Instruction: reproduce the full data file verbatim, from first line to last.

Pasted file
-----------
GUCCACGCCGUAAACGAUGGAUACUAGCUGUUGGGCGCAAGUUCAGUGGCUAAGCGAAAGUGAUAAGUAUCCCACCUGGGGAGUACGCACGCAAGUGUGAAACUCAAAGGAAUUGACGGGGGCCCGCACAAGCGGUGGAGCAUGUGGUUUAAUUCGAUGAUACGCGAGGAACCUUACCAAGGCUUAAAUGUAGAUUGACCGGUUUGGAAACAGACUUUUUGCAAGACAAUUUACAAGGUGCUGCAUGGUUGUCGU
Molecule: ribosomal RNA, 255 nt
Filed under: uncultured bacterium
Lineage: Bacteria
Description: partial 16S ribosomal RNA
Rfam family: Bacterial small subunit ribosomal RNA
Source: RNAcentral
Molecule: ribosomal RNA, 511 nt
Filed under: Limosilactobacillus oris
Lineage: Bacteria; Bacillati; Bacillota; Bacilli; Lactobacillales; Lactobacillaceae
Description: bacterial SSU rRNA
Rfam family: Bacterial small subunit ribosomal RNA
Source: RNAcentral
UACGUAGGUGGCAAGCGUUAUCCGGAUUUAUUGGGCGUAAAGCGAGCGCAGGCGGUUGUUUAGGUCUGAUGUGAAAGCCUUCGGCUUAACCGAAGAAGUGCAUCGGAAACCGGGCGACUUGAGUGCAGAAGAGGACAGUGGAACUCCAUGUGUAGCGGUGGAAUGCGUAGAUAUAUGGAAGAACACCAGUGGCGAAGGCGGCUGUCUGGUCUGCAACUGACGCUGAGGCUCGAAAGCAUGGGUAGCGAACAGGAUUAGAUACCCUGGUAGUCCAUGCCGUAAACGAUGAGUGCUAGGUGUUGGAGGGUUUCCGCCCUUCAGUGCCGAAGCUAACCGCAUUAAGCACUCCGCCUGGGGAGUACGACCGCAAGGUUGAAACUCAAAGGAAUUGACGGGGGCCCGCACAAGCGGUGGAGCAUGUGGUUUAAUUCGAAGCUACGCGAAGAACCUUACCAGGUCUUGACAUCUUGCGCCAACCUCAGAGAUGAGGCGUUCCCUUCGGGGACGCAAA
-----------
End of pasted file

GUCCACGCCGUAAACGAUGGAUACUAGCUGUUGGGCGCAAGUUCAGUGGCUAAGCGAAAGUGAUAAGUAUCCCACCUGGGGAGUACGCACGCAAGUGUGAAACUCAAAGGAAUUGACGGGGGCCCGCACAAGCGGUGGAGCAUGUGGUUUAAUUCGAUGAUACGCGAGGAACCUUACCAAGGCUUAAAUGUAGAUUGACCGGUUUGGAAACAGACUUUUUGCAAGACAAUUUACAAGGUGCUGCAUGGUUGUCGU
Molecule: ribosomal RNA, 255 nt
Filed under: uncultured bacterium
Lineage: Bacteria
Description: partial 16S ribosomal RNA
Rfam family: Bacterial small subunit ribosomal RNA
Source: RNAcentral
Molecule: ribosomal RNA, 511 nt
Filed under: Limosilactobacillus oris
Lineage: Bacteria; Bacillati; Bacillota; Bacilli; Lactobacillales; Lactobacillaceae
Description: bacterial SSU rRNA
Rfam family: Bacterial small subunit ribosomal RNA
Source: RNAcentral
UACGUAGGUGGCAAGCGUUAUCCGGAUUUAUUGGGCGUAAAGCGAGCGCAGGCGGUUGUUUAGGUCUGAUGUGAAAGCCUUCGGCUUAACCGAAGAAGUGCAUCGGAAACCGGGCGACUUGAGUGCAGAAGAGGACAGUGGAACUCCAUGUGUAGCGGUGGAAUGCGUAGAUAUAUGGAAGAACACCAGUGGCGAAGGCGGCUGUCUGGUCUGCAACUGACGCUGAGGCUCGAAAGCAUGGGUAGCGAACAGGAUUAGAUACCCUGGUAGUCCAUGCCGUAAACGAUGAGUGCUAGGUGUUGGAGGGUUUCCGCCCUUCAGUGCCGAAGCUAACCGCAUUAAGCACUCCGCCUGGGGAGUACGACCGCAAGGUUGAAACUCAAAGGAAUUGACGGGGGCCCGCACAAGCGGUGGAGCAUGUGGUUUAAUUCGAAGCUACGCGAAGAACCUUACCAGGUCUUGACAUCUUGCGCCAACCUCAGAGAUGAGGCGUUCCCUUCGGGGACGCAAA